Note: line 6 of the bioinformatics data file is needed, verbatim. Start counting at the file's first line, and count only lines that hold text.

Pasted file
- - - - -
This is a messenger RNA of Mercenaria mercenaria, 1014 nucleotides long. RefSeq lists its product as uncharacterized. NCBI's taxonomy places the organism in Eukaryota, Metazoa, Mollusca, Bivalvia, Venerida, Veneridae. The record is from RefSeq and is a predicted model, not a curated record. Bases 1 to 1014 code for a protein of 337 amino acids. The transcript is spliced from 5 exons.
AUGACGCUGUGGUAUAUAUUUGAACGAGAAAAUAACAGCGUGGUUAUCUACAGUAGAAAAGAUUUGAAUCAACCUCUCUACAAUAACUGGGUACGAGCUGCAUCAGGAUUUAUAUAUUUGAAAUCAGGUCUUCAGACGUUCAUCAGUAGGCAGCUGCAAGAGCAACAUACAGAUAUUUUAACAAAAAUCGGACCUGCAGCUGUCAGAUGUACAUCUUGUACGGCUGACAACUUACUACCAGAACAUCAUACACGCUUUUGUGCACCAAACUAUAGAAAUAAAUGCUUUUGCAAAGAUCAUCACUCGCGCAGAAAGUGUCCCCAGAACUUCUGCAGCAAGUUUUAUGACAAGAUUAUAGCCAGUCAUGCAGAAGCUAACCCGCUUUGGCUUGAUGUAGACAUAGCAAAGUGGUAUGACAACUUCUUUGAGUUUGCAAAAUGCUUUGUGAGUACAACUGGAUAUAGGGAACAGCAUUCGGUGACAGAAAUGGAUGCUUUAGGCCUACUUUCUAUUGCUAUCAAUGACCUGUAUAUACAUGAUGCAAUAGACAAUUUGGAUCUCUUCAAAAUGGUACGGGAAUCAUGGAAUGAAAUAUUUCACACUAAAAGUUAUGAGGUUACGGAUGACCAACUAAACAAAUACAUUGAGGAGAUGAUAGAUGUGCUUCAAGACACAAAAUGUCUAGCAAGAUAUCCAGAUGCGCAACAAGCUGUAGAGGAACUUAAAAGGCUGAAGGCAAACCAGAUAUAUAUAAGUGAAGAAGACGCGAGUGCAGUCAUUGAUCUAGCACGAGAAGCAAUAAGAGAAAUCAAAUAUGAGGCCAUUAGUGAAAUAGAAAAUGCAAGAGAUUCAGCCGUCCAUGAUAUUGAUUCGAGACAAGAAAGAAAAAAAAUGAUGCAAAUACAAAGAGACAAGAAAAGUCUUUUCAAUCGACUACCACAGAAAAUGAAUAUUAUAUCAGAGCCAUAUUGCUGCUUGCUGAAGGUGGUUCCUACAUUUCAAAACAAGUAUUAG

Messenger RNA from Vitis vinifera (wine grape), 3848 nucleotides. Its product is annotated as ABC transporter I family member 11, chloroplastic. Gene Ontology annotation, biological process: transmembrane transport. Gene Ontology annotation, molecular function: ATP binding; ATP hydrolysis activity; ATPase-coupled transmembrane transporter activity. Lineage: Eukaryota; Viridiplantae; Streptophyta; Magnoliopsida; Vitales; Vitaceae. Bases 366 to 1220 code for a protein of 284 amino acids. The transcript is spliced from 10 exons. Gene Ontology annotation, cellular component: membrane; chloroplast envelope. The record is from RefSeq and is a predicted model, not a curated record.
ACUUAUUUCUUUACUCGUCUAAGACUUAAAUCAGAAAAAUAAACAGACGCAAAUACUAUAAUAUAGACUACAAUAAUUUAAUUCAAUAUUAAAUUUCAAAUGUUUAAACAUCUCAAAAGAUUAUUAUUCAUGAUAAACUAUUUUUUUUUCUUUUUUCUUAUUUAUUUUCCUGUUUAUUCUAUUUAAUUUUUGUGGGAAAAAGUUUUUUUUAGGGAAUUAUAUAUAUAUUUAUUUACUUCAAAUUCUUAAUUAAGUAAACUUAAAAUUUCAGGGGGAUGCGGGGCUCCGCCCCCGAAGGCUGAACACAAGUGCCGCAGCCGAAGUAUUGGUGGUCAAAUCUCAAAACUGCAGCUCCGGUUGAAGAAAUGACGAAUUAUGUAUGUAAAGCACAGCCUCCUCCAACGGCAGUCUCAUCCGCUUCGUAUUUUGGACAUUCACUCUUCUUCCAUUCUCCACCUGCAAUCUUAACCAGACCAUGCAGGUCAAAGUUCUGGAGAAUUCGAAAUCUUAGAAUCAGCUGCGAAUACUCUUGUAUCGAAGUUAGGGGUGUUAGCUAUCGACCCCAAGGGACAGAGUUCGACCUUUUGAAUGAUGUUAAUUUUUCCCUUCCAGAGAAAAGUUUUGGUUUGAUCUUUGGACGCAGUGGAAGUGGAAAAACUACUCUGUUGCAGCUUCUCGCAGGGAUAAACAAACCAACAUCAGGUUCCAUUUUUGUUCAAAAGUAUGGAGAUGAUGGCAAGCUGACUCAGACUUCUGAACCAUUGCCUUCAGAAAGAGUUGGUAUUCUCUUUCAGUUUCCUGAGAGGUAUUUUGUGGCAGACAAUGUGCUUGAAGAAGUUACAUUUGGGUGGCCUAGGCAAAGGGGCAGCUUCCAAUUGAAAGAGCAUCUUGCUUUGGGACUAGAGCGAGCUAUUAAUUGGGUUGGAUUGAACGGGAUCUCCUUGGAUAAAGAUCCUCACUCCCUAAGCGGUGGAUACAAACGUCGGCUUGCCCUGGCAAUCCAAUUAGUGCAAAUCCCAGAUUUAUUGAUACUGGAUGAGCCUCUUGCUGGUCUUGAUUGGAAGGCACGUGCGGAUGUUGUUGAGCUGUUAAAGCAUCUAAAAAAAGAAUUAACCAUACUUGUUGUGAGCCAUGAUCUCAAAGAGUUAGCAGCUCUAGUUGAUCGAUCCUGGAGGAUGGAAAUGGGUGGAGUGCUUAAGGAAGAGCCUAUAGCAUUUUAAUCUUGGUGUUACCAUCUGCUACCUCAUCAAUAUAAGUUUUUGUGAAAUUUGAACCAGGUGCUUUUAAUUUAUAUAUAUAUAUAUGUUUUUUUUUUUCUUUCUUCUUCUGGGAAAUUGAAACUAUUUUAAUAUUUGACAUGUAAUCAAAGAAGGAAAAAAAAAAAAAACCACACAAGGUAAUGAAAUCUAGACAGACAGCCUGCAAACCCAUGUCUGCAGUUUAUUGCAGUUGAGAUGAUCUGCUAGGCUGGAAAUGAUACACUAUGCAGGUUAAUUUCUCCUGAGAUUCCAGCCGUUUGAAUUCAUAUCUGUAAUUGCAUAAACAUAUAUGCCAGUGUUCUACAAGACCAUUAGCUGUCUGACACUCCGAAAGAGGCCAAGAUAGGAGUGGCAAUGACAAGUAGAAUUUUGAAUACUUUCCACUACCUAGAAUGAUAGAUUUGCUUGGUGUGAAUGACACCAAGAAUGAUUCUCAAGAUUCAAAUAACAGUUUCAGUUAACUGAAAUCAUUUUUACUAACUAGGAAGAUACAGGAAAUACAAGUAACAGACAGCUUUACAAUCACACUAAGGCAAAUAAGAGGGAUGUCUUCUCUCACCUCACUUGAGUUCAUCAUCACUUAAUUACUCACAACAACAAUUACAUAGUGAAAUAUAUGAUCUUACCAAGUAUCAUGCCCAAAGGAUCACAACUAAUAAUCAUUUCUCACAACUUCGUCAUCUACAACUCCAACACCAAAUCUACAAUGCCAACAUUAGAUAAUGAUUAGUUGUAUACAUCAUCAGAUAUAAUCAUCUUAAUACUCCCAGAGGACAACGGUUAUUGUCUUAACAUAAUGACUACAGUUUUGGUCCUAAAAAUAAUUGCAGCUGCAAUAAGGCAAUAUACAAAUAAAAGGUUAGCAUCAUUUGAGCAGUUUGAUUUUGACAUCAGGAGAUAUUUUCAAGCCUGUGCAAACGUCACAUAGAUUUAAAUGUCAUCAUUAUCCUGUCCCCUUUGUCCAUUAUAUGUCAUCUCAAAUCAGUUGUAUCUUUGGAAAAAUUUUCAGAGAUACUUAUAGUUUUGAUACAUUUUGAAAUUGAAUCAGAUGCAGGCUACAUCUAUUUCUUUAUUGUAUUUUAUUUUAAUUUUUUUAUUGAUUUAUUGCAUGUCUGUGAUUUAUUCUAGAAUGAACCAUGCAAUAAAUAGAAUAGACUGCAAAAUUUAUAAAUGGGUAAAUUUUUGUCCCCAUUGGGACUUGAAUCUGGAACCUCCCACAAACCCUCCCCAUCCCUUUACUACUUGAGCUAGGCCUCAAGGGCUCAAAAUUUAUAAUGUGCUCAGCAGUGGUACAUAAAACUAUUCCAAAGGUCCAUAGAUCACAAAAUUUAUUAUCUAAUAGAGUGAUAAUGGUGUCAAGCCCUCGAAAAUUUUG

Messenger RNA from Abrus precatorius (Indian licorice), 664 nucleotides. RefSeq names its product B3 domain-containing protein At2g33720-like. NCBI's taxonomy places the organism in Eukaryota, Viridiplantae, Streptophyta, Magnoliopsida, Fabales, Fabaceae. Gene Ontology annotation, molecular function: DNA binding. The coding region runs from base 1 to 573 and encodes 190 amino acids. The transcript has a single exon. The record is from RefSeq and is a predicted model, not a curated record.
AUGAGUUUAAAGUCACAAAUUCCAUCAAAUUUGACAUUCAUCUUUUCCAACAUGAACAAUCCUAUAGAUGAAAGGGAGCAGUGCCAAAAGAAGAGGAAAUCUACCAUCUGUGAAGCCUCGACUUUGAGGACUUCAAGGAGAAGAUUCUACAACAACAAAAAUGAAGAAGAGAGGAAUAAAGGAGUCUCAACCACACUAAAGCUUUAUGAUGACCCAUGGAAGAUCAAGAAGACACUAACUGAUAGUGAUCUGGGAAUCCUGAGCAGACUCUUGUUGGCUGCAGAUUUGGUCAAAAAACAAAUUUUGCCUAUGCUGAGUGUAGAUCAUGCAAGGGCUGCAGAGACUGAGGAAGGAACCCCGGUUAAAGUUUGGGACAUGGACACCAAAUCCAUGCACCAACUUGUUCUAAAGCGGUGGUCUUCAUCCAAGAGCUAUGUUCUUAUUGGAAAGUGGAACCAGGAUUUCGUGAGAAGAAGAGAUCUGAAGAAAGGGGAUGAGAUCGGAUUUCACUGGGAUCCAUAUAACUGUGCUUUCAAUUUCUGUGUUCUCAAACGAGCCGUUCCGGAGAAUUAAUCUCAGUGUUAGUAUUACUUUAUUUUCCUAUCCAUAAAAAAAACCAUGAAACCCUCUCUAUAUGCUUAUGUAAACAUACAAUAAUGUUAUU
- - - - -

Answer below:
AUGAGUUUAAAGUCACAAAUUCCAUCAAAUUUGACAUUCAUCUUUUCCAACAUGAACAAUCCUAUAGAUGAAAGGGAGCAGUGCCAAAAGAAGAGGAAAUCUACCAUCUGUGAAGCCUCGACUUUGAGGACUUCAAGGAGAAGAUUCUACAACAACAAAAAUGAAGAAGAGAGGAAUAAAGGAGUCUCAACCACACUAAAGCUUUAUGAUGACCCAUGGAAGAUCAAGAAGACACUAACUGAUAGUGAUCUGGGAAUCCUGAGCAGACUCUUGUUGGCUGCAGAUUUGGUCAAAAAACAAAUUUUGCCUAUGCUGAGUGUAGAUCAUGCAAGGGCUGCAGAGACUGAGGAAGGAACCCCGGUUAAAGUUUGGGACAUGGACACCAAAUCCAUGCACCAACUUGUUCUAAAGCGGUGGUCUUCAUCCAAGAGCUAUGUUCUUAUUGGAAAGUGGAACCAGGAUUUCGUGAGAAGAAGAGAUCUGAAGAAAGGGGAUGAGAUCGGAUUUCACUGGGAUCCAUAUAACUGUGCUUUCAAUUUCUGUGUUCUCAAACGAGCCGUUCCGGAGAAUUAAUCUCAGUGUUAGUAUUACUUUAUUUUCCUAUCCAUAAAAAAAACCAUGAAACCCUCUCUAUAUGCUUAUGUAAACAUACAAUAAUGUUAUU